David Kamp, MD, completed his residency and fellowship at Northwestern, where he now studies a range of lung disorders as well as cellular apoptosis, a process of programmed cell death.
A new study has found that large racial/ethnic disparities in colorectal cancer screening persist in America, including substantial differences between English-speaking and Spanish-speaking Hispanics. The research confirmed continued low screening rates among all residents of the U.S.
Recently published research in Human Molecular Genetics shows that removing too much of the enzyme HDAC3 has a toxic effect on the nervous system. The expression of this enzyme is inhibited by drugs being studied as potential treatment options for cancer and neurodegeneration
Scientists identified a new protein that plays a key role in reprogramming cancer cells to migrate and invade other organs. When that protein is removed from cancer cells in mice models of the disease, the ability of the cells to metastasize to the lungs is dramatically decreased.
Findings published by Northwestern Medicine scientists in Molecular Cell suggest that the upregulation of protein WDR5 may be crucial in prostate cancer development.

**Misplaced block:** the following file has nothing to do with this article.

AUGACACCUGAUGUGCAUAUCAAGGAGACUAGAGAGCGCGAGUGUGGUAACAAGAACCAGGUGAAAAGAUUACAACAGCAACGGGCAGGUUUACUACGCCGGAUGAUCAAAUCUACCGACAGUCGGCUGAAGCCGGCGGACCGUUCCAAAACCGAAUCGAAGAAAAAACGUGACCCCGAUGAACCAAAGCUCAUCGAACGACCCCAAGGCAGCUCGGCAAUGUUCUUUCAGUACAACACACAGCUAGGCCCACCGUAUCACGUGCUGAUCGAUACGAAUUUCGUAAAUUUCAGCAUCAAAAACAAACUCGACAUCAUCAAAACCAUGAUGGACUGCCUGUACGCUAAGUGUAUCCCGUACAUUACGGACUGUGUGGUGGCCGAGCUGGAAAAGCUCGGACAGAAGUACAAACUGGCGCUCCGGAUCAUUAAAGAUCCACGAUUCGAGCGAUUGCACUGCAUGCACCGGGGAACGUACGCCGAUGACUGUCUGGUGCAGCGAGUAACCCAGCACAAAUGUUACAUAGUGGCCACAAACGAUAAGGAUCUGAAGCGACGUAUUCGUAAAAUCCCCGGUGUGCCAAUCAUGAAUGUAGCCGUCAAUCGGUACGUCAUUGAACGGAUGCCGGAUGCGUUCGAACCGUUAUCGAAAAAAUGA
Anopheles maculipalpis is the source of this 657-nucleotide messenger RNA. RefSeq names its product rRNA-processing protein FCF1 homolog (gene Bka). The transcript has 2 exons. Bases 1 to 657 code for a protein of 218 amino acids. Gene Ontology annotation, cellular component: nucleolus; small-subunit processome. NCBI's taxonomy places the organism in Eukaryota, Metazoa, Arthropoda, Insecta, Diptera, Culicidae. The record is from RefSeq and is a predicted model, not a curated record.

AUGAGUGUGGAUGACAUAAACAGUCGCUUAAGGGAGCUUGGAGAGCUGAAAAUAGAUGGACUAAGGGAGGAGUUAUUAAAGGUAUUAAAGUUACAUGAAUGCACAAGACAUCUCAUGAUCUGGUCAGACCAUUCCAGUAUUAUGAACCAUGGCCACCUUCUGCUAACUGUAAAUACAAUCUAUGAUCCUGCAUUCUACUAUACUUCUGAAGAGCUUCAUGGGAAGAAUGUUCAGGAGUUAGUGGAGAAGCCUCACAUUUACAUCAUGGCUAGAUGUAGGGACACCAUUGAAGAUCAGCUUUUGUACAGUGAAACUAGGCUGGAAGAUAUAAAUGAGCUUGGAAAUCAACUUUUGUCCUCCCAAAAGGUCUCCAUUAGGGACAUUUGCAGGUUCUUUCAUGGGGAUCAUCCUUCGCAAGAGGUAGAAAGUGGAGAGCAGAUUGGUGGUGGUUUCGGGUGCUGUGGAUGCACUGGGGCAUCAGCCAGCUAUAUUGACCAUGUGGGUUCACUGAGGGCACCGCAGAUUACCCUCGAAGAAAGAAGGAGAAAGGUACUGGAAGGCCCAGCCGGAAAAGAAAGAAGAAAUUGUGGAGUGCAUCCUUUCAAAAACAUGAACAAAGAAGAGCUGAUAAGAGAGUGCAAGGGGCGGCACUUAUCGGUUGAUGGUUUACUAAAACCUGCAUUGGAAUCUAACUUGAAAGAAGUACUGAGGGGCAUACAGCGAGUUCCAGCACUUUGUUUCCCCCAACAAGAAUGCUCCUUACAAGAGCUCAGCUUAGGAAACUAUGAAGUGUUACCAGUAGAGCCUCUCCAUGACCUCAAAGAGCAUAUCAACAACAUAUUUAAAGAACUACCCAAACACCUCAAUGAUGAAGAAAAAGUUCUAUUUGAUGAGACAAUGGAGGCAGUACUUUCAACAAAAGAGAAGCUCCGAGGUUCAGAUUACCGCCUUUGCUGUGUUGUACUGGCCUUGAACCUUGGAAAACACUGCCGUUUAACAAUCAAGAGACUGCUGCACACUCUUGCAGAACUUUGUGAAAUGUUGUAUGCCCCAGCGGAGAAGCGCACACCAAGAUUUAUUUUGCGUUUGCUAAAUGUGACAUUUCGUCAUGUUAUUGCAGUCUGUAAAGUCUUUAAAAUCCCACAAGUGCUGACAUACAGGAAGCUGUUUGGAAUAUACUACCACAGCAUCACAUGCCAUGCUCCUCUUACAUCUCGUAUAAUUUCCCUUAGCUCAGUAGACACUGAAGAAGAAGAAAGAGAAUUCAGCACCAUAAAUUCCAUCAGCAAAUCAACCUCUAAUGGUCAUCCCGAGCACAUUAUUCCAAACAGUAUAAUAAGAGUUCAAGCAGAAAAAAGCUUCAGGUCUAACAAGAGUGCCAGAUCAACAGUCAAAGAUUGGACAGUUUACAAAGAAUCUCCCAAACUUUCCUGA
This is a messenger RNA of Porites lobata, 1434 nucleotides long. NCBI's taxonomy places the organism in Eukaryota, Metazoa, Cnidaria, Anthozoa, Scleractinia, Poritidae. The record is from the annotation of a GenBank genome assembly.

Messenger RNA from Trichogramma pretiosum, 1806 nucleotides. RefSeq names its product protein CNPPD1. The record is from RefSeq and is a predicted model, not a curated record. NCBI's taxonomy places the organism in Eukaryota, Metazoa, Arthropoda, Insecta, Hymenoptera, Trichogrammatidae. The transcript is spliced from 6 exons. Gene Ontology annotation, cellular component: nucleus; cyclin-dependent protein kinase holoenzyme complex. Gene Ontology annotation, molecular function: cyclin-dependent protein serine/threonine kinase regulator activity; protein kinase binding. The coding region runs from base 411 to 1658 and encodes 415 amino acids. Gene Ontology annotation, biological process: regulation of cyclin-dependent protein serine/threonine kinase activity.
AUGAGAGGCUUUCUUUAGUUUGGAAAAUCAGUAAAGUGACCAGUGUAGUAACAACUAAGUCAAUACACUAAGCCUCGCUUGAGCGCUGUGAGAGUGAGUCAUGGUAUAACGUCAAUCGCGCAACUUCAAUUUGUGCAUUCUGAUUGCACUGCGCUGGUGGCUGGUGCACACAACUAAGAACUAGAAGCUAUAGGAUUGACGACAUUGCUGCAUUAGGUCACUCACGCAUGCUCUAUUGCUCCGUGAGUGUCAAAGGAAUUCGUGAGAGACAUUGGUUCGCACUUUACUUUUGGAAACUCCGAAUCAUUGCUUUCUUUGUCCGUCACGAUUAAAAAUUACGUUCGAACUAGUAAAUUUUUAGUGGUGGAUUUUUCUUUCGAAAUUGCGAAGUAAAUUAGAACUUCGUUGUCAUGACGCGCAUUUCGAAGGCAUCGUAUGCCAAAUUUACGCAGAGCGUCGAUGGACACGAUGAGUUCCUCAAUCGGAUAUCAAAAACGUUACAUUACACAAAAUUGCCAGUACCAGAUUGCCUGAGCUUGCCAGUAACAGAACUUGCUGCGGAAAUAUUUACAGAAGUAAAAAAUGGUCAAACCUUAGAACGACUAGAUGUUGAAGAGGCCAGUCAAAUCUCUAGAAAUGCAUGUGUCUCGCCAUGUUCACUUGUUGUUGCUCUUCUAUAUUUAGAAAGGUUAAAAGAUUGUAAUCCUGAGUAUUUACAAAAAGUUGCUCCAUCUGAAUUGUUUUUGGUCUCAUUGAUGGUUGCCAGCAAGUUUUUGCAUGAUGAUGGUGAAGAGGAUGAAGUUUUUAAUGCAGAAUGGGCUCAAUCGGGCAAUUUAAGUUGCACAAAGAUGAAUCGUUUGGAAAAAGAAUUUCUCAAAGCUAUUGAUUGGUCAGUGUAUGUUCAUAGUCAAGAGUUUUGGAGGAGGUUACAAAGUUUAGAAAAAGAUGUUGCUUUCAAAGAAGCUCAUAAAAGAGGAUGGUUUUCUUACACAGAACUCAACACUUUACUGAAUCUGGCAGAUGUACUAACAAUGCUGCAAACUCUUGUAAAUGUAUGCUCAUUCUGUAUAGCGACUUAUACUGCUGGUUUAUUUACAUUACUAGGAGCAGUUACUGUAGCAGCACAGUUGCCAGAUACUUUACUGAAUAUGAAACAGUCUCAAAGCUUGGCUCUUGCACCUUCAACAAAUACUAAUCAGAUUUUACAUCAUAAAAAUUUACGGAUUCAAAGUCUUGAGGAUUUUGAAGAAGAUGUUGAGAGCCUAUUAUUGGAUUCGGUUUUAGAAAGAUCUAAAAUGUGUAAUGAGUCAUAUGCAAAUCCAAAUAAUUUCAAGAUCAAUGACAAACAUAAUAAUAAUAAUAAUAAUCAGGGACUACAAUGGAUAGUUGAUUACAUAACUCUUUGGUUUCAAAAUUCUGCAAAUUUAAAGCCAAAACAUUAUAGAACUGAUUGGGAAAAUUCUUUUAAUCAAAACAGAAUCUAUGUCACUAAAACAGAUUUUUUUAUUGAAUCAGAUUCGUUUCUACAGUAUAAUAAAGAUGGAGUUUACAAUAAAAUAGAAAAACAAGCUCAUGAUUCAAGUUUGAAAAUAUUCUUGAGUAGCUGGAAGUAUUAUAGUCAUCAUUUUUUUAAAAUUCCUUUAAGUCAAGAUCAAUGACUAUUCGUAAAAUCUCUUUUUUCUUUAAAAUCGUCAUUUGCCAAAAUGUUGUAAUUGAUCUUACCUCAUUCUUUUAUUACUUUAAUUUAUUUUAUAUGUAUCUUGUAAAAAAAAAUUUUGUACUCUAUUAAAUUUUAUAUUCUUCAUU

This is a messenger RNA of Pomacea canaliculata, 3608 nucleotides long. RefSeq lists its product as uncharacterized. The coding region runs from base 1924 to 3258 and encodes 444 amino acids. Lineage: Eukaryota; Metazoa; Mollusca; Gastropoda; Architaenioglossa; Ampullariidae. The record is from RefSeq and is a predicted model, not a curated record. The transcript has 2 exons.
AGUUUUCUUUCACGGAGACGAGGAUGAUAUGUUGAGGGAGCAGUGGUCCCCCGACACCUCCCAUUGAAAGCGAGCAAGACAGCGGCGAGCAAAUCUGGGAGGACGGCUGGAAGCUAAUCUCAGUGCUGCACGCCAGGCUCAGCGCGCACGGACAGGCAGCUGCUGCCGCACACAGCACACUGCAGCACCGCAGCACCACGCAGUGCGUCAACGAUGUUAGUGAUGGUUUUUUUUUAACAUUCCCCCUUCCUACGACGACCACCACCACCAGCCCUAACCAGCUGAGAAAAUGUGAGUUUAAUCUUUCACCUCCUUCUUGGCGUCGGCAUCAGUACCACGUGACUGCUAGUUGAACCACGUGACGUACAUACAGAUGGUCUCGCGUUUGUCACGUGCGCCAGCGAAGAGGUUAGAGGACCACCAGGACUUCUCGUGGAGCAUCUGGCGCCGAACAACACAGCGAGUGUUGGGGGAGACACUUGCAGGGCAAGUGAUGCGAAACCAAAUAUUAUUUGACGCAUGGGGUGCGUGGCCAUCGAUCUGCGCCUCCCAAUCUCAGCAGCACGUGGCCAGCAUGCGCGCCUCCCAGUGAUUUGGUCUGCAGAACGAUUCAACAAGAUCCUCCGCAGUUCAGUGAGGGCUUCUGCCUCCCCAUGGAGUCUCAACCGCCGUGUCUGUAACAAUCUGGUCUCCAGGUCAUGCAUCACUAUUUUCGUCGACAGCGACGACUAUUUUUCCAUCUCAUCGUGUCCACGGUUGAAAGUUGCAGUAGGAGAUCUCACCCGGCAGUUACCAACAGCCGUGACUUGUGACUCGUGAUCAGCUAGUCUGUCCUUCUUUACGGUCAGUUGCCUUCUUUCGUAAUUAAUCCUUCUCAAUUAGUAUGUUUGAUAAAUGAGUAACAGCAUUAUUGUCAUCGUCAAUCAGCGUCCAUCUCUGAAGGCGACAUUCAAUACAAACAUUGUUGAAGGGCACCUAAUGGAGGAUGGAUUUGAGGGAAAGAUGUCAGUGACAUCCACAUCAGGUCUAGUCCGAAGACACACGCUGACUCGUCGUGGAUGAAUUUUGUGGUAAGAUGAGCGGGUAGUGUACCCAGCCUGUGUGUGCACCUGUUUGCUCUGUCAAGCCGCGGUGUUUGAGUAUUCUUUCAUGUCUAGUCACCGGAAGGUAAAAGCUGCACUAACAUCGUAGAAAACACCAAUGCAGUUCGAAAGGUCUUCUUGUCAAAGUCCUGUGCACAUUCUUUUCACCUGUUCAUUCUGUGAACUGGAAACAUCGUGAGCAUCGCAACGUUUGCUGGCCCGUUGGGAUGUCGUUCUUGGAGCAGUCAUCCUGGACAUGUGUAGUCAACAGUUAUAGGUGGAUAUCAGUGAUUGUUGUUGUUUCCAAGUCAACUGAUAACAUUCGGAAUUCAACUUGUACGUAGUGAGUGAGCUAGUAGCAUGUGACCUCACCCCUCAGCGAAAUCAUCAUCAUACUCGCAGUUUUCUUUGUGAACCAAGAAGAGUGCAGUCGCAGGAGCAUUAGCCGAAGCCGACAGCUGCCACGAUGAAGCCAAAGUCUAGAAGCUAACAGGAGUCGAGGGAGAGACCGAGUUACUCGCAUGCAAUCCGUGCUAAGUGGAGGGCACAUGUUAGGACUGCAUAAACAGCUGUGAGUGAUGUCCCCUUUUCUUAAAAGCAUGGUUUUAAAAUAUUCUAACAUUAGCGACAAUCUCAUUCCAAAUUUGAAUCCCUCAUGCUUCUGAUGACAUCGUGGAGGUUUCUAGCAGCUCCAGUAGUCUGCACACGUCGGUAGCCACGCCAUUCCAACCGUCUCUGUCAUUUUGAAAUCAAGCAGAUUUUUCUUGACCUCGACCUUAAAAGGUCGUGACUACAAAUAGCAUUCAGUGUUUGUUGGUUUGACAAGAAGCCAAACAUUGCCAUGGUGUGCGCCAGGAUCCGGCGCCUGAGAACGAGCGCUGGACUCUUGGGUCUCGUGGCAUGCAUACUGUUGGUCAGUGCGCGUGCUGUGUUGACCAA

Kamonwan Pear Fish, a PhD/MPH student, uses mouse models to study how a viral protein from the Epstein Barr Virus can disrupt cell function and accelerate tumor growth.
Shelby Rubin, PA ’15, has already accomplished something most people haven’t – the founding and running of a nonprofit organization called Camp Kesem, a free summer camp for children ages 6 to 16 whose lives have been affected by a parent’s cancer.
Despite advances in neurosurgical techniques and radiation oncology, malignant brain tumors are the fourth most common cancer death in the United States. A recent publication by Northwestern Medicine scientists has revealed a potentially novel treatment option.
Findings indicate that regular vitamin D screenings may be beneficial, especially for African- and European-American men.